The Guardian quoted the leaked documents as saying that many leaders and officials had reportedly expressed anger about his plans for a United States of Africa.
Ugandan President Yoweri Museveni had even worried about a possible Libyan attack on his aircraft, the paper said.
Gaddafi, who suffers from severe phobias, enjoys flamenco dancing and horse-racing, and acts on his whims and irritates friends and enemies alike, appears to be the object of both political and personal fascination because of the Lockerbie affair and his past support for terrorism, it added.
Earlier Gene Cretz, the US envoy, had found him "almost obsessively dependent on a small core of trusted personnel", including a senior aide who speaks to him on a special red phone.
Cretz had reportedly warned US Secretary of States Hillary Clinton before her visit to Tripoli in August 2008, saying that visitors should be prepared for surprises.
"Muammar al-Gaddafi is notoriously mercurial. He often avoids making eye contact during the initial portion of meetings, and there may be long, uncomfortable periods of silence. Alternatively, he can be an engaging and charming interlocutor ... a self-styled intellectual and philosopher, he has been eagerly anticipating for several years the opportunity to share with you his views on global affairs," the paper quoted him, as saying.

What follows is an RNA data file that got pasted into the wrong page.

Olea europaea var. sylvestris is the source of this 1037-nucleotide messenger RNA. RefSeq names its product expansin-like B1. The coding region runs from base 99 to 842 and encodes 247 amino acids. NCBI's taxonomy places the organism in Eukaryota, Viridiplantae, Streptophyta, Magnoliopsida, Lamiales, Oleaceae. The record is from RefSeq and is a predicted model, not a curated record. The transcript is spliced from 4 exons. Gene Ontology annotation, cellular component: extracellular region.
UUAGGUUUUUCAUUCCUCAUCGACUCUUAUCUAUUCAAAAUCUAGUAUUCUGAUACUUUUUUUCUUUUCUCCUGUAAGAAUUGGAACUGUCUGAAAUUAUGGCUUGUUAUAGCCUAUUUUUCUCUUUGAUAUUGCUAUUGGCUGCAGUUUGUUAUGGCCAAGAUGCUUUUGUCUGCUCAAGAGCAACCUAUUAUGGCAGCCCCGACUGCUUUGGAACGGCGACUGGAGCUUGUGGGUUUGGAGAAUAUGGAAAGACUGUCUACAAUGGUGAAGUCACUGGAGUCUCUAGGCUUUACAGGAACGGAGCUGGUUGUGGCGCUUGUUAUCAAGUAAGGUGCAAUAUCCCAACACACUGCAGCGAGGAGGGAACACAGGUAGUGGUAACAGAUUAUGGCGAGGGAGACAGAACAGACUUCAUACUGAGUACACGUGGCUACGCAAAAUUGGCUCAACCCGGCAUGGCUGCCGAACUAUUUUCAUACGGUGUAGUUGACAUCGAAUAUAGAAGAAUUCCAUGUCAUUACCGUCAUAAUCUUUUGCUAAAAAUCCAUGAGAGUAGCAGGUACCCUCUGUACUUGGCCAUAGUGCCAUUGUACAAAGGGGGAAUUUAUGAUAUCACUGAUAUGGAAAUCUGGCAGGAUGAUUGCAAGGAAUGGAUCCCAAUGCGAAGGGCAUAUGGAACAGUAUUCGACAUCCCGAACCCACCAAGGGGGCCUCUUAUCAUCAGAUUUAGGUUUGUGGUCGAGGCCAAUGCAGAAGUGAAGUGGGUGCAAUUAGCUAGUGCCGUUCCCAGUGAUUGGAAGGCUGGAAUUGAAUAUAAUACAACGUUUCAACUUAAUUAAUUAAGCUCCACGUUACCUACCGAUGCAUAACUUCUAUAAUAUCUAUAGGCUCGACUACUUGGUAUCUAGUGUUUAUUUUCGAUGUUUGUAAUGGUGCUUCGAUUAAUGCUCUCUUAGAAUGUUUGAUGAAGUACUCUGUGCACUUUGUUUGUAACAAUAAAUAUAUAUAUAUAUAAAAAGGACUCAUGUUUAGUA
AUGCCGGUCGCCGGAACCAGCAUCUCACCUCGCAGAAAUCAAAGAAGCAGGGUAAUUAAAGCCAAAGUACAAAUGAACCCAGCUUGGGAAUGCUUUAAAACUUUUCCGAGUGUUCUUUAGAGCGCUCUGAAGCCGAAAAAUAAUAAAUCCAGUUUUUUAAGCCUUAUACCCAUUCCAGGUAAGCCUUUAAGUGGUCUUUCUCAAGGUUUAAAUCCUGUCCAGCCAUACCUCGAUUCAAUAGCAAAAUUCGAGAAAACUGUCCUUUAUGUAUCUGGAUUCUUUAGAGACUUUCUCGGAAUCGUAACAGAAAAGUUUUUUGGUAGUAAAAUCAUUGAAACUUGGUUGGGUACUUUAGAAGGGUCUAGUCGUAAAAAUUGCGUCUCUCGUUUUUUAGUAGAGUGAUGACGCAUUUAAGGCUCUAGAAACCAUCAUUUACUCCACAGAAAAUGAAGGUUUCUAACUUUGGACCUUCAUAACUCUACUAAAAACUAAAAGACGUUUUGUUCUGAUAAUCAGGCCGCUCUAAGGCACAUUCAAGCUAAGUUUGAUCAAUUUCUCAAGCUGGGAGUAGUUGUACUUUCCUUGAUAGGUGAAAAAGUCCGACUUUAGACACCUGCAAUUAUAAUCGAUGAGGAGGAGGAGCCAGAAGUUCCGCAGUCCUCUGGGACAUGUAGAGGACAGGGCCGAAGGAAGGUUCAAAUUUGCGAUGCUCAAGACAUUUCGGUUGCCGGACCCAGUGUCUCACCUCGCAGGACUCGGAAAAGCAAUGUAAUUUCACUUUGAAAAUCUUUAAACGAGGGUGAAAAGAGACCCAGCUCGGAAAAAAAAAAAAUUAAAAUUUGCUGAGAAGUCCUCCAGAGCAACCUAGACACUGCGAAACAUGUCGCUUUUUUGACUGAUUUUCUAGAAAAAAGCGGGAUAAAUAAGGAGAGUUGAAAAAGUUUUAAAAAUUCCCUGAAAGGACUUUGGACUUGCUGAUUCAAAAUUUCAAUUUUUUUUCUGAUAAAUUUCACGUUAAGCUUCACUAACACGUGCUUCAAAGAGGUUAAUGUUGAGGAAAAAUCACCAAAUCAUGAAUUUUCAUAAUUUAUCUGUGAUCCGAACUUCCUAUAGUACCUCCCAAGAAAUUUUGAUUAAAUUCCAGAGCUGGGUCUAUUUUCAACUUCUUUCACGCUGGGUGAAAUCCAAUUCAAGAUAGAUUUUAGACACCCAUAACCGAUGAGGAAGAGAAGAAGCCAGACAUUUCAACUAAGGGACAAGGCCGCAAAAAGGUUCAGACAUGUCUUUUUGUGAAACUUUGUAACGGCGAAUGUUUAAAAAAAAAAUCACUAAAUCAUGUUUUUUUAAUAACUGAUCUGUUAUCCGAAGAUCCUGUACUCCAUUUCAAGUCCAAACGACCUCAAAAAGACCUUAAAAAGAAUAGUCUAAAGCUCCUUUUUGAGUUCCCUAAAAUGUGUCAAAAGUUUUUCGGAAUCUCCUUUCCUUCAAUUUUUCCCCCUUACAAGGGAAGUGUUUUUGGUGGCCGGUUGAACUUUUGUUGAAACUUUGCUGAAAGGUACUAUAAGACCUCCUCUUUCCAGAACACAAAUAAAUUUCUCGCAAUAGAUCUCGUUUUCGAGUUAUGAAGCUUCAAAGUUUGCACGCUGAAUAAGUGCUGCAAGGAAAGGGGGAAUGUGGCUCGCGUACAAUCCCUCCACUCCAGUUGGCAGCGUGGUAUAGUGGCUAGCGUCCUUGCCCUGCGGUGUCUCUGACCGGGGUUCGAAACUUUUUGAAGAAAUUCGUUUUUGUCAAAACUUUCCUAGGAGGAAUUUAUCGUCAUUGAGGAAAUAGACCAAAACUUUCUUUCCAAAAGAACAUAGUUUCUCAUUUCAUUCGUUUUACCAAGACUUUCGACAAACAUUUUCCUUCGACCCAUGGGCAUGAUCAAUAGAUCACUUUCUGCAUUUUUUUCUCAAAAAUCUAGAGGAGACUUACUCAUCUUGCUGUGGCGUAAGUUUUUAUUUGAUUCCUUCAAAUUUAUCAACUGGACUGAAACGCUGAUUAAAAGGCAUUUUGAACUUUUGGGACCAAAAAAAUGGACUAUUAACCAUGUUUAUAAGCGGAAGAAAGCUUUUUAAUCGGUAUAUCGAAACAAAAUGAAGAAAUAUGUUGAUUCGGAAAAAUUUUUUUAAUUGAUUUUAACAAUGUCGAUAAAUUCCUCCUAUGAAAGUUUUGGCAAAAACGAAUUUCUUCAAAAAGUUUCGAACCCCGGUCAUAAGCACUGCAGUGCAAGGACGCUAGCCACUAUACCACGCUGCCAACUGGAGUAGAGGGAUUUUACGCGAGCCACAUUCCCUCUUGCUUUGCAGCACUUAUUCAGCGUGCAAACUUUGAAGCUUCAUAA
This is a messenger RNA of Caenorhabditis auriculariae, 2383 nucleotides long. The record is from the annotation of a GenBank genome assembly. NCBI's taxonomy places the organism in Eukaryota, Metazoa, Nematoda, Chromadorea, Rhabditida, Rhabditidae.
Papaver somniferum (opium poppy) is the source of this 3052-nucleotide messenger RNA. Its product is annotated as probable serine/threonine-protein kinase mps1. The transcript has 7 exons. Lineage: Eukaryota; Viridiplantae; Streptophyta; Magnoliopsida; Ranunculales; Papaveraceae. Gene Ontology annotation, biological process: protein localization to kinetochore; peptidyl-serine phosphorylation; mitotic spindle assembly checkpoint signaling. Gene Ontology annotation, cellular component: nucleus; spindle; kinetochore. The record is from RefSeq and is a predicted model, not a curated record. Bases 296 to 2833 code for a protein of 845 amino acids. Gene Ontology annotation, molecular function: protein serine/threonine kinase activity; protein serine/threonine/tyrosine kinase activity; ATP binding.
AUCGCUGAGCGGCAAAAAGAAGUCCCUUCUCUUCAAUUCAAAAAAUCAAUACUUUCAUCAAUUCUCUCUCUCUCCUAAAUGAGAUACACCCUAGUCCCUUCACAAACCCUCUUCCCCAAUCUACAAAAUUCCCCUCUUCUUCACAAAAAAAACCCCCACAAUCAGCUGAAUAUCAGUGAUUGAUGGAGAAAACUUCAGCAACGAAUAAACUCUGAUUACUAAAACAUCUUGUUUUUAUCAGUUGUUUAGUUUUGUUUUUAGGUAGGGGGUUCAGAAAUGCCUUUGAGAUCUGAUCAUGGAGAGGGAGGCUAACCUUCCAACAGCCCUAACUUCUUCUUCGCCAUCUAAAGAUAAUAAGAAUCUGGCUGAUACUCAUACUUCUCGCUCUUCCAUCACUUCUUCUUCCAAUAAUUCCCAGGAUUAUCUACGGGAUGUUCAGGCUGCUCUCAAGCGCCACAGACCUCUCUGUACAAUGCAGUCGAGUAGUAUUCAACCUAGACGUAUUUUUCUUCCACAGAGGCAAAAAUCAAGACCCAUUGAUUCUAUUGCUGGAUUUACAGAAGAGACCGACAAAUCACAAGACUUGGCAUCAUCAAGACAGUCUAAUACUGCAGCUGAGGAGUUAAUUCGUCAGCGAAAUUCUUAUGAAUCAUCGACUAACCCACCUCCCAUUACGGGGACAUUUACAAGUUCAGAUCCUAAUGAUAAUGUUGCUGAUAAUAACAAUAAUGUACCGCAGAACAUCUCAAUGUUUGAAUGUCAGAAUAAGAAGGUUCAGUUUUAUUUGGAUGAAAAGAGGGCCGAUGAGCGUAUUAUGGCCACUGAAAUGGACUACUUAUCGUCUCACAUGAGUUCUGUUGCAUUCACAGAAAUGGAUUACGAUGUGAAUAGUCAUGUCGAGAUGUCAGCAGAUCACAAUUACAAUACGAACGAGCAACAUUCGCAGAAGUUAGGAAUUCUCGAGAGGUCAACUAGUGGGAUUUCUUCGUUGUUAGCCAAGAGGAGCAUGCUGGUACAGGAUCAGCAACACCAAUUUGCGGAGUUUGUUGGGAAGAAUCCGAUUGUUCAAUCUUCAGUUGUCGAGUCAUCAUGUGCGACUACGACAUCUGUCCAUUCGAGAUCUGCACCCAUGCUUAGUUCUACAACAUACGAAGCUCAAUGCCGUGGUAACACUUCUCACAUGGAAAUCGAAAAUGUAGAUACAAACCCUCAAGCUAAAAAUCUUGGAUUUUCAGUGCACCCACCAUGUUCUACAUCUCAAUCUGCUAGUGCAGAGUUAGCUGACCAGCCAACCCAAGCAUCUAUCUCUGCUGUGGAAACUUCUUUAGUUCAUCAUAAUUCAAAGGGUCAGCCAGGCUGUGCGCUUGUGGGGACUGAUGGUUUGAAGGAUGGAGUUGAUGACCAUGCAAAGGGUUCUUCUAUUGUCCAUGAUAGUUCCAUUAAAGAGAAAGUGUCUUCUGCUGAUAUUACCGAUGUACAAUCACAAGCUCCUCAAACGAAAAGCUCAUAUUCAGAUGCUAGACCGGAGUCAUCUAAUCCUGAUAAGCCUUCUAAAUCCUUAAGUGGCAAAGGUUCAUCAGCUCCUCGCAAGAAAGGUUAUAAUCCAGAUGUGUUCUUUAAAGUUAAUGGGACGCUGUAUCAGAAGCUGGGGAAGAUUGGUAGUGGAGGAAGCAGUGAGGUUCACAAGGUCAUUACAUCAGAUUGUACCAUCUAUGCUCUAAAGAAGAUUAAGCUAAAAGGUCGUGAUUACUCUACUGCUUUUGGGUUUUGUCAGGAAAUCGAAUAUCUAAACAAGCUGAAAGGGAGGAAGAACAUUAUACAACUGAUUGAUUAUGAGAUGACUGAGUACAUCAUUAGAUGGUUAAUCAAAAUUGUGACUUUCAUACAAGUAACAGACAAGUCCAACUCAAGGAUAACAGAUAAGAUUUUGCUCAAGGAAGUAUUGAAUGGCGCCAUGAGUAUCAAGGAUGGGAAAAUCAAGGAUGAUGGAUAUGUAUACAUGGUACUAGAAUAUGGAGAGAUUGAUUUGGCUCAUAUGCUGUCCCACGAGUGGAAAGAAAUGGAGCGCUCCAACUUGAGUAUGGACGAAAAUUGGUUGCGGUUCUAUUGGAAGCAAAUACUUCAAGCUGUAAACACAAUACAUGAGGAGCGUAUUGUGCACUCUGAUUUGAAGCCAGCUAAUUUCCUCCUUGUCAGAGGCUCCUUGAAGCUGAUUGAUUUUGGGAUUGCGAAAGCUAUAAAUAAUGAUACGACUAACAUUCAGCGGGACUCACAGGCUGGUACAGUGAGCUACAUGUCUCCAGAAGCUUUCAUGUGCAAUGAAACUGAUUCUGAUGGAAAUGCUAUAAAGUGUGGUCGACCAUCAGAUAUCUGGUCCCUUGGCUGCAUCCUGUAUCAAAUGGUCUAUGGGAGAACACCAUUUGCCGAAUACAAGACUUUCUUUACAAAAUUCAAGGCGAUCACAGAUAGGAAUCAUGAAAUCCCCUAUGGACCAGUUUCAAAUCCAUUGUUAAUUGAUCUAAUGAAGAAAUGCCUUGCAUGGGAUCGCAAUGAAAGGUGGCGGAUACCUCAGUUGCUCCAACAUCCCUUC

The secret cables had also revealed that Britain feared the fact that Libyan leader Colonel Muammar Gaddafi could "cut us off at the knees, just like the Swiss", if the Lockerbie bomber was not released.
Vincent Fean, Britain's ambassador to Tripoli at that time, also warned that continuing to hold Abdelbaset Al-Megrahi in a prison in Scotland could have "disastrous implications for British interests in Libya". (ANI)